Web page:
واکنش بازار به بانک مخاطره آمیز: آیا ضمانت سپرده گذاری آن را تغییر میدهد؟
|کد مقاله||سال انتشار||مقاله انگلیسی||ترجمه فارسی||تعداد کلمات|
|15496||2008||21 صفحه PDF||سفارش دهید||محاسبه نشده|
Publisher : Elsevier - Science Direct (الزویر - ساینس دایرکت)
Journal : World Development, Volume 36, Issue 8, August 2008, Pages 1415–1435
Turkey experienced a massive banking crisis in February 2001, resulting in the loss of more than a thousand managerial jobs and the closure of 21% of all bank branches in the market. In this paper, we study the behavior of the market and the banks in Turkey before the crisis, from 1988 to 2000, which includes the period of full deposit insurance. The empirical results showed that not only depositors but also borrowers reacted negatively to risky banks and punished them even more during the period of generous government guarantee. However, in the same period, banks were found to increase their moral hazard behavior significantly. Although the International Monetary Fund and the World Bank recommend explicit deposit insurance for developing countries, the findings of this paper suggest that deposit insurance may not be an effective policy tool to improve market confidence, and it does not guarantee a stable economic environment even when the market reacts negatively to the moral hazard behavior of banks.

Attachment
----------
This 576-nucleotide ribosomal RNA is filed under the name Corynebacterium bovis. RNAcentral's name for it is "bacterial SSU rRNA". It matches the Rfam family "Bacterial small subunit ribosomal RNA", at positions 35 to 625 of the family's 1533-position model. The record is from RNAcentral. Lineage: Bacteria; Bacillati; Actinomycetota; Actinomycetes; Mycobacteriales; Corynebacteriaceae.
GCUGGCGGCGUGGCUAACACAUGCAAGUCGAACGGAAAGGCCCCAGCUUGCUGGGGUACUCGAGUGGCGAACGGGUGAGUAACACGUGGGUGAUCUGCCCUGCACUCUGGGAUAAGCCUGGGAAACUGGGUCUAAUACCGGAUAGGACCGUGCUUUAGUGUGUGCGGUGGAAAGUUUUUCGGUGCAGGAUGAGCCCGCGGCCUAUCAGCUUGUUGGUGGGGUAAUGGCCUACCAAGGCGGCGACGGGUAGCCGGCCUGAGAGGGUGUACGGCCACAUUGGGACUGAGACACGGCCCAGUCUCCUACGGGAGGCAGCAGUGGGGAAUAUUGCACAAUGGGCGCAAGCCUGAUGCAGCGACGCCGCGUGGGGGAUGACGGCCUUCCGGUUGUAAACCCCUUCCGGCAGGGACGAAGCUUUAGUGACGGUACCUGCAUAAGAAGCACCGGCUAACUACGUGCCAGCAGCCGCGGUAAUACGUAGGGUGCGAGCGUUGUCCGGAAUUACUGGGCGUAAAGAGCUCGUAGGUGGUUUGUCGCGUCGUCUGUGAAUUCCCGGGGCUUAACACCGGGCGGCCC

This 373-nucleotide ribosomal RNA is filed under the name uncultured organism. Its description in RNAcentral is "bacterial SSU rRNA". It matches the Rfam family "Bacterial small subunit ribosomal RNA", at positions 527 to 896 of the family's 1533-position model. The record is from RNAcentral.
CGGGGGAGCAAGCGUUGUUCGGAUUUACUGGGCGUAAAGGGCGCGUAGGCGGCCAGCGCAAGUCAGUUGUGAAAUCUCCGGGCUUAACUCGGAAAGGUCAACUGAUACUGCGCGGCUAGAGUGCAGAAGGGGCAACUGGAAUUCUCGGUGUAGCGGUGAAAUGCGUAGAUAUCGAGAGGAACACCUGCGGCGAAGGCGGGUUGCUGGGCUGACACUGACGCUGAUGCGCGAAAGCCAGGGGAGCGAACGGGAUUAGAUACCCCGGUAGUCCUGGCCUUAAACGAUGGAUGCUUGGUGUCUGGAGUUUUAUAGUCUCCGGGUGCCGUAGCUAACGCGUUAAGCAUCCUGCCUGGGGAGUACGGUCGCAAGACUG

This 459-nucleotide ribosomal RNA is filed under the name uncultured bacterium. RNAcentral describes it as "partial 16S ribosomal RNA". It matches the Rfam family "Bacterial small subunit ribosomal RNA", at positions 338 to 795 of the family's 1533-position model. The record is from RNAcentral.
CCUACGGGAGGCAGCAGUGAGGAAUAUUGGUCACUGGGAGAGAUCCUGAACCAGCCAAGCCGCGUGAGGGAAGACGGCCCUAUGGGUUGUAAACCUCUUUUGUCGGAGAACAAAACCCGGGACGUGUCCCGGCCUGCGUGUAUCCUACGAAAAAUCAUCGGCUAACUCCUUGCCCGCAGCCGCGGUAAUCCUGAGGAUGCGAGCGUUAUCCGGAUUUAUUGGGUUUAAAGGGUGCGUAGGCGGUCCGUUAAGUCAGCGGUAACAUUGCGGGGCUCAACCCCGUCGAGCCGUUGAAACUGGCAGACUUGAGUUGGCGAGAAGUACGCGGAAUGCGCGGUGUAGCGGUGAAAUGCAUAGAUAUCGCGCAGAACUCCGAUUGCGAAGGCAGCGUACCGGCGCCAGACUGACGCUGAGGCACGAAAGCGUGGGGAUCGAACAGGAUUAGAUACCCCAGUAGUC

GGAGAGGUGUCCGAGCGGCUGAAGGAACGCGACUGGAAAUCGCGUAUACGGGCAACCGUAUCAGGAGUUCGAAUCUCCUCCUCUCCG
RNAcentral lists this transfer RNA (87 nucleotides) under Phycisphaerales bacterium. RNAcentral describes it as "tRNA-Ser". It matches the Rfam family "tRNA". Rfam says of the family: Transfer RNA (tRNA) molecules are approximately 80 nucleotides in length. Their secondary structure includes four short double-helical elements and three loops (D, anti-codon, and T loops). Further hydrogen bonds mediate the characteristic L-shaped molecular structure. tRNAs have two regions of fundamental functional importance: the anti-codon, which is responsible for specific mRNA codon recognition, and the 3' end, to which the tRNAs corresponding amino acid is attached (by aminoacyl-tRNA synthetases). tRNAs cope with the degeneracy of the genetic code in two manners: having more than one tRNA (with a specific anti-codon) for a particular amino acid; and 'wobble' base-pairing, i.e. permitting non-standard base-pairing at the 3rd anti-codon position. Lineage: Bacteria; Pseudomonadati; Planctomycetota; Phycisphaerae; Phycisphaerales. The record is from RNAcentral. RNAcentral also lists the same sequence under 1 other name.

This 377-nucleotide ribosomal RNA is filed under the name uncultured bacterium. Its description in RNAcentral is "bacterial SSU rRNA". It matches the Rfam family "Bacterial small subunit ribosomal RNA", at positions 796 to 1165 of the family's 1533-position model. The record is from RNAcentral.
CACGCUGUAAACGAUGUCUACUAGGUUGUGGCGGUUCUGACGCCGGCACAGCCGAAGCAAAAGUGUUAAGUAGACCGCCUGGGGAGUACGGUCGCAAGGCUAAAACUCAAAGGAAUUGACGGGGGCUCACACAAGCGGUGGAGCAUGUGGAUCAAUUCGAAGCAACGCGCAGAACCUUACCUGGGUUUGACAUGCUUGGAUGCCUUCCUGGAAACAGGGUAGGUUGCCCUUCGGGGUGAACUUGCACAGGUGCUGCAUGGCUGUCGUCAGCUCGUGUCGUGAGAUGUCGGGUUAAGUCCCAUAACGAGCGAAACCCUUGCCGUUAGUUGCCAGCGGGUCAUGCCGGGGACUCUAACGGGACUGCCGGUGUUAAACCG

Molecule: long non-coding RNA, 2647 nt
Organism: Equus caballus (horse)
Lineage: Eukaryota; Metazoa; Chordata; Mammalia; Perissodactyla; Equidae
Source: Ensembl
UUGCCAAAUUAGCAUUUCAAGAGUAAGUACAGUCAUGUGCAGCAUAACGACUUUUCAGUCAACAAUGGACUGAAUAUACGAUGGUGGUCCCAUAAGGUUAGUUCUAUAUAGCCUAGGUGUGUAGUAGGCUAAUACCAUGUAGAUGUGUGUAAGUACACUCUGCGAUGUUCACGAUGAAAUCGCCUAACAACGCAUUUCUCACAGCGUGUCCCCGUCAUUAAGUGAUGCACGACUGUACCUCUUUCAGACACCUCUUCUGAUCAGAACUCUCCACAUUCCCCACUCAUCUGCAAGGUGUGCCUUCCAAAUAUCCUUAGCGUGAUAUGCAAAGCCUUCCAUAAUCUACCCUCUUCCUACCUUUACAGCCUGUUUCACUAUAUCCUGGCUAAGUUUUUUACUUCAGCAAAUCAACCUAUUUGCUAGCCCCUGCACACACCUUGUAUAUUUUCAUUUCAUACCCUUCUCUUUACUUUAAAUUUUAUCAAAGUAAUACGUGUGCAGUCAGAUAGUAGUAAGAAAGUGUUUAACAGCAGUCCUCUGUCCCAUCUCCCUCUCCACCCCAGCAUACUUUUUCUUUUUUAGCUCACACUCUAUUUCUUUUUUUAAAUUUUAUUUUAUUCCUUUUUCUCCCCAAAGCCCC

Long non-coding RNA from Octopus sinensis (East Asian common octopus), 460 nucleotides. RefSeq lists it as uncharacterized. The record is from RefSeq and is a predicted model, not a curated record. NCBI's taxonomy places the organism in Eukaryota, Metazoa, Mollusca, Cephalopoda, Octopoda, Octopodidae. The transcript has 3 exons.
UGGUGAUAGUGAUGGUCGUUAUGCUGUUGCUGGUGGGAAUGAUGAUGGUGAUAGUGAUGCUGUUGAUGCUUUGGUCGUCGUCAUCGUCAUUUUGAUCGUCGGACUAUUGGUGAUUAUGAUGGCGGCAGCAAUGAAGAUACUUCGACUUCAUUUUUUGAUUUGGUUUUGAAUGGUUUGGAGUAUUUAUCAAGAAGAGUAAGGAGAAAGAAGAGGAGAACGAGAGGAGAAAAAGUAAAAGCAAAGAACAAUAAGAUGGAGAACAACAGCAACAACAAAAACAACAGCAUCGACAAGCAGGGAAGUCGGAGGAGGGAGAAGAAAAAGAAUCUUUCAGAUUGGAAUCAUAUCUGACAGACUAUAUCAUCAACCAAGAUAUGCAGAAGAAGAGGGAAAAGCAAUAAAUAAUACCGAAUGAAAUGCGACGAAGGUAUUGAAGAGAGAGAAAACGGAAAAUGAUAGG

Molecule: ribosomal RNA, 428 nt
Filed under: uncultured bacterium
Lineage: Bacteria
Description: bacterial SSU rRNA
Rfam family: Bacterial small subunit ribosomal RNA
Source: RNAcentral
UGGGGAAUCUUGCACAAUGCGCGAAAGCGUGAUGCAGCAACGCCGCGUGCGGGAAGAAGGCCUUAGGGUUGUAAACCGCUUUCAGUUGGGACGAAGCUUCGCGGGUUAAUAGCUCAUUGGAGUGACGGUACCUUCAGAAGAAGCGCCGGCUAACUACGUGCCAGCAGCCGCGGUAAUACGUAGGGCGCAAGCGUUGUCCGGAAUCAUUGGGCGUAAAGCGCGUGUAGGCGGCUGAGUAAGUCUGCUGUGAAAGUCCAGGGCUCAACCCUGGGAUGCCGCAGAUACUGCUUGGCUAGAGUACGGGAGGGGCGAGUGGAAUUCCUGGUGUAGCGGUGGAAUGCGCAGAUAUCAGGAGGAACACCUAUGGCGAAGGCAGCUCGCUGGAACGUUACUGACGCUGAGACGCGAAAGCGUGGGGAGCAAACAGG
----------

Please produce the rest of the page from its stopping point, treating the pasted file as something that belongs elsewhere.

Governments have historically intervened extensively in the banking sector to promote financial stability. Often, their intervention policies have blocked some natural mechanisms and have resulted in undesired outcomes. One of those policies, government-sponsored deposit insurance, aims to maintain financial stability by minimizing the likelihood of bank runs. However, recent empirical evidence showed that explicit government guarantees reduced the market participation of depositors and adversely affected bank stability (Barth et al., 2004, Demirguc-Kunt and Detragiache, 2002 and Demirguc-Kunt and Huizinga, 2004). In this paper, we present contrary empirical evidence of declining market participation under explicit government guarantee to depositors. In volatile political and macroeconomic environments with insufficient regulations and poor supervision, the governments may lose their credibility. It can be argued that this loss of confidence in government motivates bank stakeholders1 to be more involved in disciplining risky banks, even under full insurance.
نتیجه گیری انگلیسی
This study examines the ways in which two major stakeholders of banks reacted to the risk-taking behavior of banks in Turkey. The results show that both depositors and borrowers reacted significantly and tried to punish risky banks. Moreover, the introduction of complete guarantee was found to significantly strengthen the market reaction in Turkey. Hence, depositors and borrowers showed their reaction either by decreasing their involvement with risky banks or by asking for a higher price on their savings at risk. Nonetheless, bank managers continued to undertake risky behavior, especially in the period with full government guarantee on deposits, implying that generous coverage undermines market confidence. The findings of this paper and the results of the recent massive banking crisis in 2001 suggest that market reaction in Turkey was ineffective to reduce the moral hazard in the banking sector. Our results support the findings of Opiela (2004) that encouraging market monitoring is ineffective in eliminating banks’ risk-taking. Moreover, although the IMF and the World Bank recommend that developing countries adopt explicit deposit insurance (Demirguc-Kunt, Kane & Laeven, 2007), it does not eliminate a banking crisis: even a market reacts to the moral hazard behavior of banks.